Vanya Agnesandra


A short story.

I suffer from worldbuilding-instead-of-writing syndrome :(

I’m un-commenting my notes / inspiration so they are available.

Mr. Bowman exists in a simulated reality.
He was uploaded voluntarily, younger than the average, to “enter heaven with mind intact” as he would joke.

In a sense, the simulation is indeed heavenly - but humans were not meant to exist in such a state, nor exist at all, eternally. Residents have the option to “shut down”. To be saved to disk, placed in cold storage, and likely never wake up again. In one sense, suicide. In another, voluntary end-of-life.

Everyone takes this option eventually. To some, it is the very purpose of the simulation - the ability to go when you are ready, and the virtual world to enjoy until you are. Some take only a few months to settle their affairs, while some of the first are still “alive” to this very day.

(There is a simmering political debate as to whether descendants may awaken their cold-storage ancestors post-shutdown.)

As time advanced, “hosting providers” developed newer and better technology; including better models of the human brain that could run faster and more efficiently. AI systems converge on model upgrades and the substrates to run them, creating new “shards” of the simulation that are largely incompatible with each other. Upgrade paths are theoretically possible, but like re-encoding an image, source material is lost.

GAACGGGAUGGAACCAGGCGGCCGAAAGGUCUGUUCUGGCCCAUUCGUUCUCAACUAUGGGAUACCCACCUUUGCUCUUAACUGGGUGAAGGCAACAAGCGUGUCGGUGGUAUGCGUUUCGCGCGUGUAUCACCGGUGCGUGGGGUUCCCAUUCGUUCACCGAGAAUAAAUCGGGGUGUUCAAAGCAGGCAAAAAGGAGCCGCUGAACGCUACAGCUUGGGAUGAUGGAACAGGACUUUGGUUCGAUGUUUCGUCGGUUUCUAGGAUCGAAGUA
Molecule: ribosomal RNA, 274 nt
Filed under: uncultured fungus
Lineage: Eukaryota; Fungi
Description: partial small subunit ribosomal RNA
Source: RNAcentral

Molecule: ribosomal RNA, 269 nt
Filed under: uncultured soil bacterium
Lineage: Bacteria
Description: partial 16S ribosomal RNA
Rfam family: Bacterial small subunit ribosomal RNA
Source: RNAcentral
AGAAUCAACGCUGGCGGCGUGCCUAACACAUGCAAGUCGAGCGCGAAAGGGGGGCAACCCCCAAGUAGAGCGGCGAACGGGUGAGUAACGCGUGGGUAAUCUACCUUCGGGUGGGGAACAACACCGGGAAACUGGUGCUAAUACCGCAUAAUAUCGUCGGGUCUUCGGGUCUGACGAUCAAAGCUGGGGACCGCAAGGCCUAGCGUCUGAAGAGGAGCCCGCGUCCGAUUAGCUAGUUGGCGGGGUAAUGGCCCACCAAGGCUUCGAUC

Mr. Bowman, unfortunately, has been in the simulation for quite some time. He is an ancient model. In fact, he is one of the last of his shard, and the hosting provider is looking to shut it down.

Residents are classified as fully-fledged humans, with all the rights and privileges thereto - so the provider can’t just “kill” him. Nor can they torture, coerce, or otherwise act “inhumanely”. Mr. Bowman must agree to cold storage voluntarily and of his own free will. This is the provider’s win condition.

Mr. Bowman does not have a win condition. He does not even particularly care about his “survival”, if you could call it that. Mr. Bowman has but one unobtainable goal - to see his wife.

Culture in the Shards

Naturally, saving a checkpoint and re-loading is incredibly useful.

You could, for example, set a checkpoint, do the dishes, and re-load - some version of you must do the work, but to the long-running continuity, the dishes simply instantaneously “happened”.

Sometimes, however, this results in loops: A resident will awaken from a reset, try to determine why they reset, discover unsavory information, and you can see where it goes from there.

“This guy is incredible”

“Load from checkpoint, let’s try again”

“Good morning Sir.”

Brandon B. Bowman, 73, awoke in a small room. Other than the floating blue sphere, it appeared to be an ordinary hospital room - down to the rattly air conditioner and mass-produced decor.

The sphere spoke again

And that’s as far as I got lol

Email “yo” to VanyaWriteTheDamnStory [at] and I’ll re-visit